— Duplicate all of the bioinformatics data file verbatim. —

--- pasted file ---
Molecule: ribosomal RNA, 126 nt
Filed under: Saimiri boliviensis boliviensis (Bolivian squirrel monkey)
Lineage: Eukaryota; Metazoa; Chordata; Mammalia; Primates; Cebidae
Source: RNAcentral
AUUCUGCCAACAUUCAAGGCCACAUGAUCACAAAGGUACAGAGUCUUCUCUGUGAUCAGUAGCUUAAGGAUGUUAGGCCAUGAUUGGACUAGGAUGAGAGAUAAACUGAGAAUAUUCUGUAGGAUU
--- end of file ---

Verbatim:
Molecule: ribosomal RNA, 126 nt
Filed under: Saimiri boliviensis boliviensis (Bolivian squirrel monkey)
Lineage: Eukaryota; Metazoa; Chordata; Mammalia; Primates; Cebidae
Source: RNAcentral
AUUCUGCCAACAUUCAAGGCCACAUGAUCACAAAGGUACAGAGUCUUCUCUGUGAUCAGUAGCUUAAGGAUGUUAGGCCAUGAUUGGACUAGGAUGAGAGAUAAACUGAGAAUAUUCUGUAGGAUU